A unique and critical analysis of the wealth of research conducted on the biology, biochemistry and chemical ecology of the rapidly growing field of insect cuticular hydrocarbons. Authored by leading experts in their respective fields, the twenty chapters show the complexity that has been discovered in the nature and role of hydrocarbons in entomology.
The book covers, in great depth, aspects of chemistry (structures, qualitative and quantitative analysis), biochemistry (biosynthesis, molecular biology, genetics, evolution), physiology, taxonomy, and ecology. Clearly presents to the reader the array of data, ideas, insights and historical disagreements that have been accumulated during the past half century. An emphasis is placed on the role of insect hydrocarbons in chemical communication, especially among the social insects. Includes the first review on the chemical synthesis of insect hydrocarbons.
Part 1. Chemistry, Biochemistry and Physiology: 1. Introduction: History and overview of insect hydrocarbons Gary J. Blomquist and Anne-Genevieve Bagneres; 2. Structure and analysis of insect hydrocarbons Gary J. Blomquist; 3. Biosynthesis of cuticular hydrocarbon Gary J. Blomquist; 4. Molecular biology and genetics of hydrocarbon production Claude Wicker-Thomas and Thomas Chertemps; 5. Site of synthesis, mechanism of transport and selective deposition of hydrocarbons Anne-Genevieve Bagneres and Gary J. Blomquist; 6. Cuticular and water balance Allen Gibbs and Subhash Rajpurohit; 7. Chemical taxonomy with hydrocarbons Anne-Genevieve Bagneres and Claude Wicker-Thomas; 8. Chemical synthesis of insect cuticular hydrocarbons Jocelyn Millar; 9. Oxygenated derivatives of hydrocarbons James S. Buckner; Part II. Chemical Communication: 10. Perception and olfaction of cuticular compounds Mamiko Ozaki and Ayako Wada-Katsumata; 11. Nestmate recognition in social insects and the role of hydrocarbons. Jelle S. van Zweden and Patrizia d'Ettorre; 12. Cuticular hydrocarbon cues in the formation and maintenance of insect social groups Michael Green; 13. Hydrocarbon profiles indicate fertility and dominance status in ant, bee, and wasp colonies Juergen Liebig; 14. Chemical deception/mimicry using cuticular hydrocarbons Anne-Genevieve Bagneres and Cristina Lorenzi; 15. Behavioral and evolutionary roles of cuticular hydrocarbons in Diptera Jean-Francois Ferveur and Matthew Cobb; 16. Contact recognition pheromones in scorpions and spiders Marie Trabalon and Anne-Genevieve Bagneres; 17. Hydrocarbons as contact pheromones of longhorned beetles Matthew D. Ginzel; 18. Polyene hydrocarbons, epoxides, and related compounds as components of lepidopteran pheromone blends Jocelyn Millar; 19. Volatile hydrocarbon pheromones from beetles Robert Bartelt; 20. New areas of research on insect hydrocarbons and conclusion Abraham Hefetz, Claude Wicker-Thomas and Anne-Genevieve Bagneres.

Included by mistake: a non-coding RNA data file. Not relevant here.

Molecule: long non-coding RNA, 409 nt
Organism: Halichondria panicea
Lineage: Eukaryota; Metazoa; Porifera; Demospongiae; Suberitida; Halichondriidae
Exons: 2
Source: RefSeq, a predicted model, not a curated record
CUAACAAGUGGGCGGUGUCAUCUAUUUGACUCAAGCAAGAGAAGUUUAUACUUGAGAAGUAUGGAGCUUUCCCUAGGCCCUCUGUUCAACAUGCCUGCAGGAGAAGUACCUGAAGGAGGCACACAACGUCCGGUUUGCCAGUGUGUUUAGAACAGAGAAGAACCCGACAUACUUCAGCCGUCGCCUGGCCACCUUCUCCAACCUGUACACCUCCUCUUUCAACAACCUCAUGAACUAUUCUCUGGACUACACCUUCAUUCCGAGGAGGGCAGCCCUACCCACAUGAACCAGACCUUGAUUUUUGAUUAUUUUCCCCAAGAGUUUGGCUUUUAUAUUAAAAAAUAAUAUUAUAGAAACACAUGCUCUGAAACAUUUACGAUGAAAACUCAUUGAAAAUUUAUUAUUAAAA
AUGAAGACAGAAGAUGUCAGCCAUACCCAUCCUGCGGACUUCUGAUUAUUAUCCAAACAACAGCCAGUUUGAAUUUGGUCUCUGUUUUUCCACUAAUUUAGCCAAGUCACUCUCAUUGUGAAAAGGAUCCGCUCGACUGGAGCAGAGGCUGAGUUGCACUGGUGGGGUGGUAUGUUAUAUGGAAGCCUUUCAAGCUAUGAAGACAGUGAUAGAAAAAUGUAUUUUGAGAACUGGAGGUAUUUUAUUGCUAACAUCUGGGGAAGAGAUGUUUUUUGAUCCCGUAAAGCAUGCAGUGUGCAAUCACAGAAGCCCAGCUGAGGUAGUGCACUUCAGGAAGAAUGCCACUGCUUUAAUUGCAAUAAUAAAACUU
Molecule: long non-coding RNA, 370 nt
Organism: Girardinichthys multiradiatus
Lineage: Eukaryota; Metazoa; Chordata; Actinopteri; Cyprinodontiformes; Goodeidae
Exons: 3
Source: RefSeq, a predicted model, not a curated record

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Gary J. Blomquist is the chair of the Department of Biochemistry and Molecular Biology at the University of Nevada, Reno. He has published over 200 original research papers, reviews, chapters and books, including co-editing the books Pheromone Biochemistry and Molecular Biology (G. J. Blomquist and R. G. Vogt, Elsevier Academic Press, 2003) and Pheromone Biochemistry (G. D. Prestwich and G. J. Blomquist, Academic Press, 1987). His work has been cited over 4500 times (ISI). Much of Blomquist's research career has involved the study of insect hydrocarbons with an emphasis on their biosynthesis, endocrine regulation and chemical analyses. He published his first paper on insect hydrocarbons 40 years ago (1969) and has remained active in this field, collaborating with many of the early leaders in the field including Larry Jackson, Dennis Nelson, Ralph Howard, Coby Schal and Anne-Genevieve Bagneres. Anne-Genevieve Bagneres is Director of Research at the C.N.R.S. and team leader at the Institut de Recherche sur la Biologie de l'Insecte (IRBI) in Tours, France. She completed a PhD on the role of cuticular hydrocarbons in social insects at the University of Paris 6 in 1989, and received the Chancellerie of the Universities of Paris Prize for her PhD work. She spent a year of postdoctoral studies in David Morgan's laboratory in 1990, and a sabbatical in 1996-97 in the laboratories of Gary Blomquist and Coby Schal. A-GB is primarily interested in chemical ecology of social insects where she continues to be a leading contributor and proponent of the concept of chemical signature. While her primary research focuses on termites, she participates in several collaborative studies involving chemistry of other insects. She is an active member of the International Society of Chemical Ecology (ISCE) and the bureau of the French section of the International Union for the Study of Social Insects. She has published nearly 100 original research papers, reviews and chapters.